After some time reading in a book on Quilting I discovered a pattern I wanted to try. This is called Seminole after the Indian tribe of Florida who developed it years ago  using only a hand cranked sewing machine. It's a cool strip technique that uses stripes of three colors cut and re-sewn on diagonals in bands. The result of my first experiment is a very neat row of diamonds surrounded by contrasting color and long solid stripes... First I thought I would add some into the Dresden plate blue and white quilt but since it is so large, I think not. The better solution is to make another quilt and get really familiar with this technique. The rotary cutter, ruler and hot iron with lots of starch make this possible and fairly quick work.

first length of Seminole piecing in blues
closer look at detail of the Seminole strip piecing
 It is very exciting to have these two projects so much closer to complete and then a new technique well underway and understood. All that thanks to the time and space provided by our great friends the Rupperts of Fairhaven Cliffs, Md. I am looking forward to playing with all this and more in the coming months as I figure out the next steps. New quilting friends at the DC Modern Quilting Guild gave me a tip to buy a "walking foot attachment" for my machine. I found one on a very sweet web page today devoted entirely to my vintage featherweight Singer sewing machine. It seems from further reading there that the sales man was right it's a highly sought after machine! This link will take you back to the 1930s sewing shop for a little time travel. I ordered the walking foot and expect to have it in a week or two to try machine quilting again using the right foot to keep things smooth under the needle of the crawling foot.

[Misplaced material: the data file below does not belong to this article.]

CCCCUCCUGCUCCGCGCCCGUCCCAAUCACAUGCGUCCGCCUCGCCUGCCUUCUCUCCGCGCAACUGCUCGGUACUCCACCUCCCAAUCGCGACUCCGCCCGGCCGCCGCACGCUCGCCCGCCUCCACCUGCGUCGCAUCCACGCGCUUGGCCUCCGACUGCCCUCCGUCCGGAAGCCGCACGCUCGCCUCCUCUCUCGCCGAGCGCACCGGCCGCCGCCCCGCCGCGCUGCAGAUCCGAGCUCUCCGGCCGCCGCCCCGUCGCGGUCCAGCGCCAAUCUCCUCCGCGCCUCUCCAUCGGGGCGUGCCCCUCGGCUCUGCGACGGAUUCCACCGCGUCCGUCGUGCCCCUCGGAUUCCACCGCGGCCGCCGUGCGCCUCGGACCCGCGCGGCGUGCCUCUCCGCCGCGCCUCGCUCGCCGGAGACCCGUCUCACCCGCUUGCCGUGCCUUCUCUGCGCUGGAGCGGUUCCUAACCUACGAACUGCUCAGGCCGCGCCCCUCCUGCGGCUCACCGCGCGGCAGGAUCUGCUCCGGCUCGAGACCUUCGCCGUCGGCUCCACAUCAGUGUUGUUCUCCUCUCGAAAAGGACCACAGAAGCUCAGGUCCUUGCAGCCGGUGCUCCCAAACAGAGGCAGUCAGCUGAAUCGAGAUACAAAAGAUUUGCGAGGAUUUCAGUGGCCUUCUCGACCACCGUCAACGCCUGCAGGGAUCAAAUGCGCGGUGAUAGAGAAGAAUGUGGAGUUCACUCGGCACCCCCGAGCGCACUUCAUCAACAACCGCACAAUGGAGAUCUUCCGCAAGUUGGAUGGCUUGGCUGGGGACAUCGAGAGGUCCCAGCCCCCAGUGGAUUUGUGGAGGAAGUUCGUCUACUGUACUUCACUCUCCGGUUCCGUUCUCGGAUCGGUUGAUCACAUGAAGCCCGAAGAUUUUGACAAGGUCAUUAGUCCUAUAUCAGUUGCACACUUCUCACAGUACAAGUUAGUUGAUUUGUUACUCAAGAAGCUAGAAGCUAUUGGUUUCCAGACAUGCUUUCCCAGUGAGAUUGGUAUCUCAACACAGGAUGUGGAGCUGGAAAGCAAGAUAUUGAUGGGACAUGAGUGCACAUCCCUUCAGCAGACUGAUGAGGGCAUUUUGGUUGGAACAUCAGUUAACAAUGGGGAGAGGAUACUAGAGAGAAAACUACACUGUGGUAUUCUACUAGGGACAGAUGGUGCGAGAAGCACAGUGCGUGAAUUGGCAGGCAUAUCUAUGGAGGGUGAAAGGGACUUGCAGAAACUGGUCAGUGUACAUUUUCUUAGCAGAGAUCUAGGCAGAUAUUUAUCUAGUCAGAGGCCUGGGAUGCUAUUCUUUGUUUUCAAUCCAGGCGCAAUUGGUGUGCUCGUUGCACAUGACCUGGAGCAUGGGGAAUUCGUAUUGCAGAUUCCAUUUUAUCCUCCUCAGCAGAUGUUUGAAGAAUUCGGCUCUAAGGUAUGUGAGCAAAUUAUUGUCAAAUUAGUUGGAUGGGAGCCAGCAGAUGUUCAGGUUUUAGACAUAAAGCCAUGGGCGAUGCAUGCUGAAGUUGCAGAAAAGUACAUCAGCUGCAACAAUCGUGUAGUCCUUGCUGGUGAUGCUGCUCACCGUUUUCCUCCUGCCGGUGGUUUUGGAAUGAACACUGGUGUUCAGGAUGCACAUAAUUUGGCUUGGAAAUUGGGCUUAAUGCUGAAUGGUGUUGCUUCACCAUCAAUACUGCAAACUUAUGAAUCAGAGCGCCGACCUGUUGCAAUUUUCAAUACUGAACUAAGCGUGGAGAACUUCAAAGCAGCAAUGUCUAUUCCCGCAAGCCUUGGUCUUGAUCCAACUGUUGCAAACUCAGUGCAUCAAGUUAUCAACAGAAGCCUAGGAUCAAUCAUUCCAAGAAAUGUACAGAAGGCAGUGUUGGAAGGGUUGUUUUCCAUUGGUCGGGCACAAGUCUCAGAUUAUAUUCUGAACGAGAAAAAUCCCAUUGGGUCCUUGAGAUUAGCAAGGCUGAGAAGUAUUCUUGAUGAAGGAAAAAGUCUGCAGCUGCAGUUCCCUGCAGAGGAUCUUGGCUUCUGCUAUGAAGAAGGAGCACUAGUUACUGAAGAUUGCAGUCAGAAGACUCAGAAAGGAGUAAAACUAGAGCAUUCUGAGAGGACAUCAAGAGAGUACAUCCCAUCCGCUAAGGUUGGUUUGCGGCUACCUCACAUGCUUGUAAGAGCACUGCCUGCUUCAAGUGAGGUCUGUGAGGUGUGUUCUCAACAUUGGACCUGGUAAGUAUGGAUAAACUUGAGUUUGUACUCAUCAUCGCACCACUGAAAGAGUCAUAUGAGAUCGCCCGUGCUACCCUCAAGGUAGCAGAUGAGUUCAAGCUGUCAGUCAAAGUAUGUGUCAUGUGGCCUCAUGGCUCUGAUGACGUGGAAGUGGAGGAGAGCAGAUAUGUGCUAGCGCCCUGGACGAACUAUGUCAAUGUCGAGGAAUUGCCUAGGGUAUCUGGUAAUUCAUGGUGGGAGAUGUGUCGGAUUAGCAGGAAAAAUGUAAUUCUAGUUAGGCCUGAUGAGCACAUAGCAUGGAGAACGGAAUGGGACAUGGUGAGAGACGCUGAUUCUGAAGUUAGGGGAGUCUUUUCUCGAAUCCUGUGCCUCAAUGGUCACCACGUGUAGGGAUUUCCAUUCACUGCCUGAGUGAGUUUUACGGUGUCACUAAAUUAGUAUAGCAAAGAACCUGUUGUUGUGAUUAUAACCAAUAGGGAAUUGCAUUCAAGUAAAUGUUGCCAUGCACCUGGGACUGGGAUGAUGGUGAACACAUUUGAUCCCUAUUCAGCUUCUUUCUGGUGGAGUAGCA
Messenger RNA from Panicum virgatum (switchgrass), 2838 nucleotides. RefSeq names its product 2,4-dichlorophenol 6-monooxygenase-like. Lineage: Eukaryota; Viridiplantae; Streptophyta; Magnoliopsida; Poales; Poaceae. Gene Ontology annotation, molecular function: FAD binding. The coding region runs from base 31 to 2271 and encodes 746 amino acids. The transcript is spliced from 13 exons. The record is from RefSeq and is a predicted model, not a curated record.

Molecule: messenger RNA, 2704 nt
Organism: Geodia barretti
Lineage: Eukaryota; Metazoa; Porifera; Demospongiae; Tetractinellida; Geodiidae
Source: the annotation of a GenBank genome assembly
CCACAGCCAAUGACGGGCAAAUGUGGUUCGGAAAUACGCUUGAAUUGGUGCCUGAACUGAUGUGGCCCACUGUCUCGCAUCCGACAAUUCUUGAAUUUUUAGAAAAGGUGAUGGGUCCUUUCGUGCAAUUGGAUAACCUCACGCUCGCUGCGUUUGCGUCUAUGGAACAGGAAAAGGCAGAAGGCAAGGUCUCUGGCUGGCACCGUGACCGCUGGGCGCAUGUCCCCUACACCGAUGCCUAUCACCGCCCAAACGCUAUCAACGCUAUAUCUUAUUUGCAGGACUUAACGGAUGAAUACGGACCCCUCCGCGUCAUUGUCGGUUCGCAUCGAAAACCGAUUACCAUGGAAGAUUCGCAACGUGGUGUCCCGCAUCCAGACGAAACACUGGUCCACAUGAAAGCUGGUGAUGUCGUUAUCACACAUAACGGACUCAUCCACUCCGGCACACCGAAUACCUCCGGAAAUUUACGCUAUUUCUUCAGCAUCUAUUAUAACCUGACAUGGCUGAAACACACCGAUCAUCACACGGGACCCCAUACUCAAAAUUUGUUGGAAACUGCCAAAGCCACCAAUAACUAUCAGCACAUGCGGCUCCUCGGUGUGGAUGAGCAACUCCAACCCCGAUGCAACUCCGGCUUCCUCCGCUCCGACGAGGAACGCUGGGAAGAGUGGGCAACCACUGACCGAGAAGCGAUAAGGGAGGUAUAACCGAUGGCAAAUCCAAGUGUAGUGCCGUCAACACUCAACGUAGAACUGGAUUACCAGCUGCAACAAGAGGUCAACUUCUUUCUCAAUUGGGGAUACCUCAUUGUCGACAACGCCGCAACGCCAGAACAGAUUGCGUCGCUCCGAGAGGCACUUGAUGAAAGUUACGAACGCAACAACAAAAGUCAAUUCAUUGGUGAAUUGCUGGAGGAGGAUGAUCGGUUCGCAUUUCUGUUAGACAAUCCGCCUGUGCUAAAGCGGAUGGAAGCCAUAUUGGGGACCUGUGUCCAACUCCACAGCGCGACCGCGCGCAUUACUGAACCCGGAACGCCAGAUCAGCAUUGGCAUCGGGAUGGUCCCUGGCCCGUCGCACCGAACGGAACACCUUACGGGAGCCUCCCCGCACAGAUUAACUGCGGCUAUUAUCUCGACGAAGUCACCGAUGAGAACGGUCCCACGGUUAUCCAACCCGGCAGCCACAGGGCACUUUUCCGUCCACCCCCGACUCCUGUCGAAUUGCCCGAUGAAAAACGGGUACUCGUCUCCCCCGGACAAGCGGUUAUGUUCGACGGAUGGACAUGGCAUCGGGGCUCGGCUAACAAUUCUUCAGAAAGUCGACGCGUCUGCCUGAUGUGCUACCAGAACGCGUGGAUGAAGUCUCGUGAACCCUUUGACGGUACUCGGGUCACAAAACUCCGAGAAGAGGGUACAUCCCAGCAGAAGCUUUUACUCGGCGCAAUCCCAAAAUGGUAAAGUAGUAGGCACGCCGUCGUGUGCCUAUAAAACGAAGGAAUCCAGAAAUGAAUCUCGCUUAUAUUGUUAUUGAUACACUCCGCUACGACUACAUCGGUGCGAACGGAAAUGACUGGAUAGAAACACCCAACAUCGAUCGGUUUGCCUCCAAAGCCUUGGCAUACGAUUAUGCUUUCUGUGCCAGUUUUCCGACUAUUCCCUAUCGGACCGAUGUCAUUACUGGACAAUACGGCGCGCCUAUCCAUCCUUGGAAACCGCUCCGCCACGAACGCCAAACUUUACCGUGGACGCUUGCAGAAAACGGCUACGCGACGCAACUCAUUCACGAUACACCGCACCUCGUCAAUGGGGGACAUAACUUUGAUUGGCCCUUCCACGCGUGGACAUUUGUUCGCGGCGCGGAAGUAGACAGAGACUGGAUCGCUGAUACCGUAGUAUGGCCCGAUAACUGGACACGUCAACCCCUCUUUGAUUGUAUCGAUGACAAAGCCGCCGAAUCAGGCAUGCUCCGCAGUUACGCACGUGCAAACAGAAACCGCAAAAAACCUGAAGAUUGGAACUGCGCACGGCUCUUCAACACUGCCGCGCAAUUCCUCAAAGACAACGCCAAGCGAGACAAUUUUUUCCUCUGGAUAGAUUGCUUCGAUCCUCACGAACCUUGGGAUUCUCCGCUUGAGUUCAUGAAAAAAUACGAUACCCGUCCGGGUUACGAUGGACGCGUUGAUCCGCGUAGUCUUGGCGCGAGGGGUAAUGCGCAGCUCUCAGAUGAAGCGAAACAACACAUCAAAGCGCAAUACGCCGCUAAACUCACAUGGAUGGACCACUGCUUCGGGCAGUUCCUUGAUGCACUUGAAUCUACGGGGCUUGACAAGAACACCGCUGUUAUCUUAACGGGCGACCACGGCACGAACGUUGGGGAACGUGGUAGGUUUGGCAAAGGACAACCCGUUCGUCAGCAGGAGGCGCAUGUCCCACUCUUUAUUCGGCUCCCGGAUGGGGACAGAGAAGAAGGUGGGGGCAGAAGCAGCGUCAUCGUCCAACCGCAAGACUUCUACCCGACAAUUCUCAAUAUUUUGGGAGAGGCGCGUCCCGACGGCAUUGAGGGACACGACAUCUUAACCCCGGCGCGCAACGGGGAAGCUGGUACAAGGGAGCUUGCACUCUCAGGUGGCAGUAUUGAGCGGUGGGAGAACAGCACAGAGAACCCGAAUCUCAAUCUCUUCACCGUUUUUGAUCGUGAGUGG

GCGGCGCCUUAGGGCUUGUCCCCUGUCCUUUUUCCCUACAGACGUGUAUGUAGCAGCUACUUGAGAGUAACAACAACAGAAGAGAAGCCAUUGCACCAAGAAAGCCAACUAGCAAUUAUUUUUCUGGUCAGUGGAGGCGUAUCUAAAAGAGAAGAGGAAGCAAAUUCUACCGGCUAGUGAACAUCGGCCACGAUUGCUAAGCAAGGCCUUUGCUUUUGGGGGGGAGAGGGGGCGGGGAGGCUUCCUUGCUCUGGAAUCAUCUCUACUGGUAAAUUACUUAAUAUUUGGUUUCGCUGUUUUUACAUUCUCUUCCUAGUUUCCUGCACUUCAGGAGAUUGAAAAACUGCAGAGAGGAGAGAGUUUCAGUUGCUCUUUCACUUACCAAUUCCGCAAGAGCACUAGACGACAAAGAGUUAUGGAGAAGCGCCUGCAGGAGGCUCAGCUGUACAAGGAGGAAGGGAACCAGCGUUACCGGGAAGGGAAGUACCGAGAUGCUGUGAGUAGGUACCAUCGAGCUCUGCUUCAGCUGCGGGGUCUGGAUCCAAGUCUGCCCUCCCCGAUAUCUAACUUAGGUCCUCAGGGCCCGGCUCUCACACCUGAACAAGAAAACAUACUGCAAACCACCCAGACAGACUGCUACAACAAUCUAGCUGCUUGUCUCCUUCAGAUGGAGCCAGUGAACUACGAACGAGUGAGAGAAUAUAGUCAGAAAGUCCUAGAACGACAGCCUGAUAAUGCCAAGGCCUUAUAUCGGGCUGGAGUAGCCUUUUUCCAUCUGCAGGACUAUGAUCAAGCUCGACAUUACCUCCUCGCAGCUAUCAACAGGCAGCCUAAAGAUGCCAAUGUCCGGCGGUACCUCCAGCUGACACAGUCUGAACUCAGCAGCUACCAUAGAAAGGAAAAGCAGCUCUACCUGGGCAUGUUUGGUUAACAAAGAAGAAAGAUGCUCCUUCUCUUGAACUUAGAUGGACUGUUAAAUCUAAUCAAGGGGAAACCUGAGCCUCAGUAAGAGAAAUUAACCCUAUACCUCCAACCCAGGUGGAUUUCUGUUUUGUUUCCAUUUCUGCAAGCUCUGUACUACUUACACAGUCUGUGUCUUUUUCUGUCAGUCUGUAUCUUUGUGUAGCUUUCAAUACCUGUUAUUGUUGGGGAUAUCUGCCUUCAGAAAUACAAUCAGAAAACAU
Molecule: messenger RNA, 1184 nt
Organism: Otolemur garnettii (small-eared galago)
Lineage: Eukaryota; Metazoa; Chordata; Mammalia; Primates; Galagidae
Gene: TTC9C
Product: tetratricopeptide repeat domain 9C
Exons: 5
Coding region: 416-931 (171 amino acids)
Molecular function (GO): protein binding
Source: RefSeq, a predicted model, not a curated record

Douglas K said...


Congratulations on both the rose and dresden plate quilts - they are both lovely! It's a delight to compare the roses and see how many strikingly different visual statements you achieved by using the same pattern. I really like the diamond option on the Dresden Plate.

clare said...

Wow Fred you are awesome, get quilting man!!!!!!
Have a stitchy weekend!

Frederick said...

Thanks Clare and Douglas: It is great to hear some feed back. Keith and I both liked the diamonds but it was a chore too big for my endurance while working at the bay. Clearly there needs to be a diamond version in the future. The quilting is waiting for some cooler weather to hold the big Rose-star on my lap and a walking foot attachment for the Dresden project. Thanks for the encouragement and support.

Jessie said...

Both tops are looking great! I can't wait to "meet" them!

I liked the diamond setting for my Dresden Plates too, and my lack of motivation to make all those half-blocks ( since I already thought I was done) is the biggest reason why the whole project has been in a box for a couple of years...

Elle said...

Completely fabulous! I love the diamond setting, and I had a thought. What if you just used solid setting triangles and quilted the dresden design? Something like the "ghost quilting" here -
Anyway, just a thought, if you don't want to make a ton of extra dresdens. I would also recommend practicing your machine quilting on a small charity quilt first - those dresdens are too gorgeous to be practice! I can't wait to see the completed versions. (And I'll be curious to see how you quilt the huge one...that intimidates the heck out of me, but I just about killed myself from the weight of holding up my aunt's large t-shirt quilt!)